The defense then cross examines Dover, and brings up an important moment in the arrest video. After the last sobriety test had been issued to Herr in the arrest video, Dover is seen walking towards his police car, and can be heard saying “[He did well], but I don’t know.”

This, the defense argues, is clearly a sign of reasonable doubt, exhibited by the arresting officer at the scene, and thus, this reasonable doubt should be shared by the members of the jury.


Eye jerkiness is involuntary, making nystagmus tests virtually impossible to ‘beat.’

The state prosecutors bring their second and final witness to the stand, Nirav Kumar, who works at forensics with the Texas Department of Public Safety. The prosecution asks the witness if it could be possible that Herr’s BAC could have been below a .08 at the time of arrest.

“Yes, it’s possible,” said Kumar. “If it was beer, it would have to be a significant amount.”

The prosecution continues to ask Kumar a series of questions, building the validity and accuracy of the testing he performs.

The Defense, in cross examination, argues that despite the accuracy of the testing, the margin of error that was self-admitted by Kumar further fuels a reasonable doubt that Herr was intoxicated while he was operating his vehicle.

And after about 9 hours after the trial had started, it was adjourned for the day, to be picked up the following Tuesday morning at 9:00 AM.

At 9:00 AM, Tuesday, the trial continues. One of the six jurors reported having stomach pains and was in the hospital – after a short deliberation, both the defense and the prosecution agree to continue the trial with only five jurors.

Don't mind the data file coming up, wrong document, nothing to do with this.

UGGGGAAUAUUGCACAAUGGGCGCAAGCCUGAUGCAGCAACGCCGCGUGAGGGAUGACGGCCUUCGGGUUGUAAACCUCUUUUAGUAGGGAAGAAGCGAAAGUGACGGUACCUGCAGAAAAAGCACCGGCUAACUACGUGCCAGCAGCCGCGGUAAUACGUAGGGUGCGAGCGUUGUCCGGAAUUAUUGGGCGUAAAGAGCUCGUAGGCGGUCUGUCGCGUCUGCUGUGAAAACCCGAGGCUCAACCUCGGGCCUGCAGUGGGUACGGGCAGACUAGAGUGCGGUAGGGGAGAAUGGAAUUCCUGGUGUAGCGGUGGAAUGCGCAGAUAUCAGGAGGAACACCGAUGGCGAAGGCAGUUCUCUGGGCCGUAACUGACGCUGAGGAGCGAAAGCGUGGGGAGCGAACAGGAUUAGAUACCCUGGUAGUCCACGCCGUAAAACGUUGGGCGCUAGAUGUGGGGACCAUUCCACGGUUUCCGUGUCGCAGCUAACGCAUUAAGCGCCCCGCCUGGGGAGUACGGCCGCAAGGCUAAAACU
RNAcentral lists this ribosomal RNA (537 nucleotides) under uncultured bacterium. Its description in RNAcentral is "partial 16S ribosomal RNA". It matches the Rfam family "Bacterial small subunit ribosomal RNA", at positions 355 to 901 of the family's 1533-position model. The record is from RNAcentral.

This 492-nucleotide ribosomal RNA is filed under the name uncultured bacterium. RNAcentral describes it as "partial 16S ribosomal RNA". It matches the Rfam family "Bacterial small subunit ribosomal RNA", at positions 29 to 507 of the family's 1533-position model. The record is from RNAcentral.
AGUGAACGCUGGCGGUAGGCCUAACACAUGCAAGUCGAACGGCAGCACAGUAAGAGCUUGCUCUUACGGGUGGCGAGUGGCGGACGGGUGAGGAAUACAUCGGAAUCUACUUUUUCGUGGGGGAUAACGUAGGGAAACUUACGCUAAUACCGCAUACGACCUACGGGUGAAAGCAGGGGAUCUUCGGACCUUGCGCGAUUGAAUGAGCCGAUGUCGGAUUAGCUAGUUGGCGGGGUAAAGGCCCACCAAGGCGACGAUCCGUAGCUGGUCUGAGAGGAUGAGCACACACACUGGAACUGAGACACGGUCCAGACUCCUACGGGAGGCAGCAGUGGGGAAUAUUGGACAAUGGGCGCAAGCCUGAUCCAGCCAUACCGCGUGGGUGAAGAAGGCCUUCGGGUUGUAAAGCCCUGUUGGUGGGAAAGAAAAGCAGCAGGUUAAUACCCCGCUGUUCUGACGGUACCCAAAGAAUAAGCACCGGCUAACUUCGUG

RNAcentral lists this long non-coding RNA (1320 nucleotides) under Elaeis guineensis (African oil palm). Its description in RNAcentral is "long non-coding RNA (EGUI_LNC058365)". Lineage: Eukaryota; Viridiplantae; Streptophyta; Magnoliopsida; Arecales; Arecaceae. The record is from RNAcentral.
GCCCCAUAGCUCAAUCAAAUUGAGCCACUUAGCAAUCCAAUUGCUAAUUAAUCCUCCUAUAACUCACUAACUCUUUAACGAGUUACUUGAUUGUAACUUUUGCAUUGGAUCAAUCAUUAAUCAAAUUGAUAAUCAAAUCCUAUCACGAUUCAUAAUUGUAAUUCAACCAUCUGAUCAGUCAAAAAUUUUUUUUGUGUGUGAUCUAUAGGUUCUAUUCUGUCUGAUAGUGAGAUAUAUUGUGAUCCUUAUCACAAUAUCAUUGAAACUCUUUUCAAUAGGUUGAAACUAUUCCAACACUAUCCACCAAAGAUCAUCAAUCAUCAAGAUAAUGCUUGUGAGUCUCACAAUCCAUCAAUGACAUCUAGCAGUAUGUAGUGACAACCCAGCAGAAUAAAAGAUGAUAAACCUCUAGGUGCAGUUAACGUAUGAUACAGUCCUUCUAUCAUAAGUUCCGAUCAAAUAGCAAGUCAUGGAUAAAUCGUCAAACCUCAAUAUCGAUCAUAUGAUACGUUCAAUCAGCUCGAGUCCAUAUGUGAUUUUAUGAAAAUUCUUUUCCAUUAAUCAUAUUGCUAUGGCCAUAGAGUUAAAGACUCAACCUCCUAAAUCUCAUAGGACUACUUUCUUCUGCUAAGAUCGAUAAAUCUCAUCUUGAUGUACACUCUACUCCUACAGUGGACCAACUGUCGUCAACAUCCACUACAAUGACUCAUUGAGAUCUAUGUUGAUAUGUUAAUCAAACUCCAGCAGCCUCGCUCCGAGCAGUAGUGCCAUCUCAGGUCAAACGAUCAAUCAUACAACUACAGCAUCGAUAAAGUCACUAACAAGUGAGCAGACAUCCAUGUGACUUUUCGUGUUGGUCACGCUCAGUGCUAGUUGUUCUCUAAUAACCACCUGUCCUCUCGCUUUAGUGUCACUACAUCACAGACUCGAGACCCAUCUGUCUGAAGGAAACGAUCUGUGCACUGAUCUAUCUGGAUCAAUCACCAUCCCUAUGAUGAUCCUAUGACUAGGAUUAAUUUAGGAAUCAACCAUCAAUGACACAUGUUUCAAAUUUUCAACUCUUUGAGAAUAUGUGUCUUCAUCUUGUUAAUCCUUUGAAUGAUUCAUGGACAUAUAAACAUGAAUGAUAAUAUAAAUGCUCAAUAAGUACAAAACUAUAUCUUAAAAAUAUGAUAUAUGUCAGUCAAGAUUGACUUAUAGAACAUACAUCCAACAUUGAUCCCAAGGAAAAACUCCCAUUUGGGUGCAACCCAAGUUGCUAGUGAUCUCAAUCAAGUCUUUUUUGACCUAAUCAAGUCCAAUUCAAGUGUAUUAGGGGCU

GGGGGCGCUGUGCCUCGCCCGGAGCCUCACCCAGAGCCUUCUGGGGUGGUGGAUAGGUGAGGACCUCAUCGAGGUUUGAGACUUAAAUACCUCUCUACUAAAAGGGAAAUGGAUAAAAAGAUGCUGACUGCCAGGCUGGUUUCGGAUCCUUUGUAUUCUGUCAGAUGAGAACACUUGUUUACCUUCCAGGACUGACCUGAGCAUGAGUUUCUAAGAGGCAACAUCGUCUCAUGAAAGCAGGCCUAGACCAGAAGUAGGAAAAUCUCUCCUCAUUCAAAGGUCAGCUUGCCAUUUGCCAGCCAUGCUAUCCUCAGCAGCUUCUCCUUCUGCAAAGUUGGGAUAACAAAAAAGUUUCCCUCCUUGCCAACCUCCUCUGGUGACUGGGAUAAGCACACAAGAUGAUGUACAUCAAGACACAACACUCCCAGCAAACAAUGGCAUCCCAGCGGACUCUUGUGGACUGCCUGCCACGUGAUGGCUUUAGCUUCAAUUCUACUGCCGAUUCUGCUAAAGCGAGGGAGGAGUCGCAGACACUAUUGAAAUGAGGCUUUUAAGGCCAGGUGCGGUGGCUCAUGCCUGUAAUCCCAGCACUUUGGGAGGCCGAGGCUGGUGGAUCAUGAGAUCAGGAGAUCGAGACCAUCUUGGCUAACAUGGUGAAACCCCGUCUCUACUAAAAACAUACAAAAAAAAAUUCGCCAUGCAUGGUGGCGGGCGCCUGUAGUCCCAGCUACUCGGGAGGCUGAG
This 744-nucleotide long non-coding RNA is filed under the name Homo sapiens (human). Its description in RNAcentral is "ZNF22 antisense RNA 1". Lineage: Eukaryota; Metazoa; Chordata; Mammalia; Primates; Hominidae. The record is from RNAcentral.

The prosecution opens with their closing statement.

“This case is about intoxication,” said Doron. “Honestly, it’s not really in question.”

Doron says that the BAC reading of .137 speaks for itself, and reminds the jurors that during voir dire (the preliminary examination of a witness or a juror), most agreed that a BAC of .08 or higher would be all they needed to reach a guilty verdict.

Kreck then approaches the jury.

“This is a case that’s gonna show you how easy it is to be arrested [in Collin County for DWI],” Kreck said. “He passed those tests with flying colors. Sounds like reasonable doubt to me.”

The prosecution, in its final rebuttal, attacks Kreck for his phrasing.

“I believe, I believe, I believe (mimicking Keck’s closing statement),” said Doron. “You know what doesn’t matter in here? What he believes. He didn’t have his normal faculties. What matters is that score.”

Lastly, she brings up the fact that Herr misplaced his heel slightly more than half an inch away from his toes on his other foot during the walk and turn test.

“[Kreck said] it’s just half an inch,” said Doron. “Half an inch [while operating the gas peddle] is a matter of life and death.”

The jury was then dismissed to deliberate in their quarters. After quite a long deliberation, the jury reached a verdict. They found the defendant guilty. Herr was sentenced to 180 days in jail, and will be required to have a deep lung device (essentially requiring the passing of a breathalyzer to start a motor vehicle) to be installed in his vehicle. Herr will also have to serve community service, and attend alcohol education classes.